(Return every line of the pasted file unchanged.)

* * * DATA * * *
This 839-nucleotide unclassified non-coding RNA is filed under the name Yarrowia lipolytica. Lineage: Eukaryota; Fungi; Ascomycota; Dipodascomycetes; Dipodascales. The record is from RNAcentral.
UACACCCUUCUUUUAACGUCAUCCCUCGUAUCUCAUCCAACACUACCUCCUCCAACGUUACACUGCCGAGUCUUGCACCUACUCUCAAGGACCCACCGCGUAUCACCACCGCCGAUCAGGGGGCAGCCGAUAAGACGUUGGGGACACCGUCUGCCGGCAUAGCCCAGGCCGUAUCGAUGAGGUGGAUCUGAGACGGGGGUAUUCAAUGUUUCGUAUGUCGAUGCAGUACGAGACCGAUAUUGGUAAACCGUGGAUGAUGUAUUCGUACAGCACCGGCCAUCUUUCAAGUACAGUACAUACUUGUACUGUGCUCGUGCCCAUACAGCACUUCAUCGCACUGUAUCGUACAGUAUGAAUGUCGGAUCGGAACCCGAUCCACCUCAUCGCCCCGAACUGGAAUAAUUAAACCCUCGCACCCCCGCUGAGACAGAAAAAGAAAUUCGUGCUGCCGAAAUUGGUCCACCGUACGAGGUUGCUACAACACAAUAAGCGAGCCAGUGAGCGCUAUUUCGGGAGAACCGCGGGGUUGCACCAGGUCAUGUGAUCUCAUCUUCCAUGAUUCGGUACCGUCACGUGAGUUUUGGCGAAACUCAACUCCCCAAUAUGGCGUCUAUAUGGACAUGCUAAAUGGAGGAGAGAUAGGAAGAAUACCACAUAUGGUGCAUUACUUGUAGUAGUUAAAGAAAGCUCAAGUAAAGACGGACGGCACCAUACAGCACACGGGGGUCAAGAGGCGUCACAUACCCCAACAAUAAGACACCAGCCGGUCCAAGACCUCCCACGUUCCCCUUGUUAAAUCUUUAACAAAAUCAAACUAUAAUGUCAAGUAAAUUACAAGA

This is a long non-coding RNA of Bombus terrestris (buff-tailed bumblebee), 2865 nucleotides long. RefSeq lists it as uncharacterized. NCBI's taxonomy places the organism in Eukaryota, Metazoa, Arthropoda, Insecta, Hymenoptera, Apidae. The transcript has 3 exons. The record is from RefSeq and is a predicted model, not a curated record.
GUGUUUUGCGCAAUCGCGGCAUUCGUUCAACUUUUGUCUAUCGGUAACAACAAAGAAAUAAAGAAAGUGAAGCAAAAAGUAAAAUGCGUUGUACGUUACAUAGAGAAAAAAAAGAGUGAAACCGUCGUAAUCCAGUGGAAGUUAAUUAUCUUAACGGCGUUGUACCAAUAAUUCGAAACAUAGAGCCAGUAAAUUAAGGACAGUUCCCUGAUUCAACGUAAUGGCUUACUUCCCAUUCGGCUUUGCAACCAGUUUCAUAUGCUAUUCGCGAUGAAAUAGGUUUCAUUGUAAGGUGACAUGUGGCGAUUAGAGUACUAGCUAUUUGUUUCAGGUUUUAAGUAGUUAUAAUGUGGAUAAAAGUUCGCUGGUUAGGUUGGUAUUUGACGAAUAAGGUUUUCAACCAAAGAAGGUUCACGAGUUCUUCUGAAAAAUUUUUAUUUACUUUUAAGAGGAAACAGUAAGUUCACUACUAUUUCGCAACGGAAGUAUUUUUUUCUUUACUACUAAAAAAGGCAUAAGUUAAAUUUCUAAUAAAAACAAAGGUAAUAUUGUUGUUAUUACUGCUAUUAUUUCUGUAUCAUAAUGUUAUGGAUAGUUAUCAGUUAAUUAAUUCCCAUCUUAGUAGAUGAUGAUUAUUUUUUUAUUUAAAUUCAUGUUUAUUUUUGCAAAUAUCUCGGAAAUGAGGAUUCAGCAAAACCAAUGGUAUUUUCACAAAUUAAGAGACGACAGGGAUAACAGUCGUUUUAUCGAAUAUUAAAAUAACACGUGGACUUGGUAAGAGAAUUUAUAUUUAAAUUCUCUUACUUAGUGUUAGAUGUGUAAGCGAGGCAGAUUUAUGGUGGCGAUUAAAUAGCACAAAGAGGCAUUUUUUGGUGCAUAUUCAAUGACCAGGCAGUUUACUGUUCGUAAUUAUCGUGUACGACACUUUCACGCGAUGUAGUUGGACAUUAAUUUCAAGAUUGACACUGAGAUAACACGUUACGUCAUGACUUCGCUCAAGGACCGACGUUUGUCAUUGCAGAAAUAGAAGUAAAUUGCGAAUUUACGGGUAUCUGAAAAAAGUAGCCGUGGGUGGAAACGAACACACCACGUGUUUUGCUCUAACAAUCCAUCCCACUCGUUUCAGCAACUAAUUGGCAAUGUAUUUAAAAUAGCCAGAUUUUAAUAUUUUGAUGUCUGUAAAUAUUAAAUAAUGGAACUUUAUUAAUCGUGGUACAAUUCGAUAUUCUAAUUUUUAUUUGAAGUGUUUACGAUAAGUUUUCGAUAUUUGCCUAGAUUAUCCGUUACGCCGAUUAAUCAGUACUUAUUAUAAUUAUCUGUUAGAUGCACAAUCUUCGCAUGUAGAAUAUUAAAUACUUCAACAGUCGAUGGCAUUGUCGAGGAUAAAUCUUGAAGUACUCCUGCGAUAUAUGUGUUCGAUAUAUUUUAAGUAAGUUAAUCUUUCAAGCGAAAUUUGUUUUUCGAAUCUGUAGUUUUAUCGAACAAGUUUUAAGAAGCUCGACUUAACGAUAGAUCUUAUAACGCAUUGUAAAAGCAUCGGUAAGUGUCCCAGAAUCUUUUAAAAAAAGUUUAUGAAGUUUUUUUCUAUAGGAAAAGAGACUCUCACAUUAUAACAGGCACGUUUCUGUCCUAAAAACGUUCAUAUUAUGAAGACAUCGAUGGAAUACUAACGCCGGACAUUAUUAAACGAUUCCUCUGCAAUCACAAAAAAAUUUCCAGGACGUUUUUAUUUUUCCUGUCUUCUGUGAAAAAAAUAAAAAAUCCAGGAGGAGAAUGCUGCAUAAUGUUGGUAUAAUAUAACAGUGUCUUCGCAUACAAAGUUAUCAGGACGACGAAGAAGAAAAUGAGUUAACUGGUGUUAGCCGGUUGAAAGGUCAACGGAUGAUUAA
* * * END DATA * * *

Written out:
This 839-nucleotide unclassified non-coding RNA is filed under the name Yarrowia lipolytica. Lineage: Eukaryota; Fungi; Ascomycota; Dipodascomycetes; Dipodascales. The record is from RNAcentral.
UACACCCUUCUUUUAACGUCAUCCCUCGUAUCUCAUCCAACACUACCUCCUCCAACGUUACACUGCCGAGUCUUGCACCUACUCUCAAGGACCCACCGCGUAUCACCACCGCCGAUCAGGGGGCAGCCGAUAAGACGUUGGGGACACCGUCUGCCGGCAUAGCCCAGGCCGUAUCGAUGAGGUGGAUCUGAGACGGGGGUAUUCAAUGUUUCGUAUGUCGAUGCAGUACGAGACCGAUAUUGGUAAACCGUGGAUGAUGUAUUCGUACAGCACCGGCCAUCUUUCAAGUACAGUACAUACUUGUACUGUGCUCGUGCCCAUACAGCACUUCAUCGCACUGUAUCGUACAGUAUGAAUGUCGGAUCGGAACCCGAUCCACCUCAUCGCCCCGAACUGGAAUAAUUAAACCCUCGCACCCCCGCUGAGACAGAAAAAGAAAUUCGUGCUGCCGAAAUUGGUCCACCGUACGAGGUUGCUACAACACAAUAAGCGAGCCAGUGAGCGCUAUUUCGGGAGAACCGCGGGGUUGCACCAGGUCAUGUGAUCUCAUCUUCCAUGAUUCGGUACCGUCACGUGAGUUUUGGCGAAACUCAACUCCCCAAUAUGGCGUCUAUAUGGACAUGCUAAAUGGAGGAGAGAUAGGAAGAAUACCACAUAUGGUGCAUUACUUGUAGUAGUUAAAGAAAGCUCAAGUAAAGACGGACGGCACCAUACAGCACACGGGGGUCAAGAGGCGUCACAUACCCCAACAAUAAGACACCAGCCGGUCCAAGACCUCCCACGUUCCCCUUGUUAAAUCUUUAACAAAAUCAAACUAUAAUGUCAAGUAAAUUACAAGA

This is a long non-coding RNA of Bombus terrestris (buff-tailed bumblebee), 2865 nucleotides long. RefSeq lists it as uncharacterized. NCBI's taxonomy places the organism in Eukaryota, Metazoa, Arthropoda, Insecta, Hymenoptera, Apidae. The transcript has 3 exons. The record is from RefSeq and is a predicted model, not a curated record.
GUGUUUUGCGCAAUCGCGGCAUUCGUUCAACUUUUGUCUAUCGGUAACAACAAAGAAAUAAAGAAAGUGAAGCAAAAAGUAAAAUGCGUUGUACGUUACAUAGAGAAAAAAAAGAGUGAAACCGUCGUAAUCCAGUGGAAGUUAAUUAUCUUAACGGCGUUGUACCAAUAAUUCGAAACAUAGAGCCAGUAAAUUAAGGACAGUUCCCUGAUUCAACGUAAUGGCUUACUUCCCAUUCGGCUUUGCAACCAGUUUCAUAUGCUAUUCGCGAUGAAAUAGGUUUCAUUGUAAGGUGACAUGUGGCGAUUAGAGUACUAGCUAUUUGUUUCAGGUUUUAAGUAGUUAUAAUGUGGAUAAAAGUUCGCUGGUUAGGUUGGUAUUUGACGAAUAAGGUUUUCAACCAAAGAAGGUUCACGAGUUCUUCUGAAAAAUUUUUAUUUACUUUUAAGAGGAAACAGUAAGUUCACUACUAUUUCGCAACGGAAGUAUUUUUUUCUUUACUACUAAAAAAGGCAUAAGUUAAAUUUCUAAUAAAAACAAAGGUAAUAUUGUUGUUAUUACUGCUAUUAUUUCUGUAUCAUAAUGUUAUGGAUAGUUAUCAGUUAAUUAAUUCCCAUCUUAGUAGAUGAUGAUUAUUUUUUUAUUUAAAUUCAUGUUUAUUUUUGCAAAUAUCUCGGAAAUGAGGAUUCAGCAAAACCAAUGGUAUUUUCACAAAUUAAGAGACGACAGGGAUAACAGUCGUUUUAUCGAAUAUUAAAAUAACACGUGGACUUGGUAAGAGAAUUUAUAUUUAAAUUCUCUUACUUAGUGUUAGAUGUGUAAGCGAGGCAGAUUUAUGGUGGCGAUUAAAUAGCACAAAGAGGCAUUUUUUGGUGCAUAUUCAAUGACCAGGCAGUUUACUGUUCGUAAUUAUCGUGUACGACACUUUCACGCGAUGUAGUUGGACAUUAAUUUCAAGAUUGACACUGAGAUAACACGUUACGUCAUGACUUCGCUCAAGGACCGACGUUUGUCAUUGCAGAAAUAGAAGUAAAUUGCGAAUUUACGGGUAUCUGAAAAAAGUAGCCGUGGGUGGAAACGAACACACCACGUGUUUUGCUCUAACAAUCCAUCCCACUCGUUUCAGCAACUAAUUGGCAAUGUAUUUAAAAUAGCCAGAUUUUAAUAUUUUGAUGUCUGUAAAUAUUAAAUAAUGGAACUUUAUUAAUCGUGGUACAAUUCGAUAUUCUAAUUUUUAUUUGAAGUGUUUACGAUAAGUUUUCGAUAUUUGCCUAGAUUAUCCGUUACGCCGAUUAAUCAGUACUUAUUAUAAUUAUCUGUUAGAUGCACAAUCUUCGCAUGUAGAAUAUUAAAUACUUCAACAGUCGAUGGCAUUGUCGAGGAUAAAUCUUGAAGUACUCCUGCGAUAUAUGUGUUCGAUAUAUUUUAAGUAAGUUAAUCUUUCAAGCGAAAUUUGUUUUUCGAAUCUGUAGUUUUAUCGAACAAGUUUUAAGAAGCUCGACUUAACGAUAGAUCUUAUAACGCAUUGUAAAAGCAUCGGUAAGUGUCCCAGAAUCUUUUAAAAAAAGUUUAUGAAGUUUUUUUCUAUAGGAAAAGAGACUCUCACAUUAUAACAGGCACGUUUCUGUCCUAAAAACGUUCAUAUUAUGAAGACAUCGAUGGAAUACUAACGCCGGACAUUAUUAAACGAUUCCUCUGCAAUCACAAAAAAAUUUCCAGGACGUUUUUAUUUUUCCUGUCUUCUGUGAAAAAAAUAAAAAAUCCAGGAGGAGAAUGCUGCAUAAUGUUGGUAUAAUAUAACAGUGUCUUCGCAUACAAAGUUAUCAGGACGACGAAGAAGAAAAUGAGUUAACUGGUGUUAGCCGGUUGAAAGGUCAACGGAUGAUUAA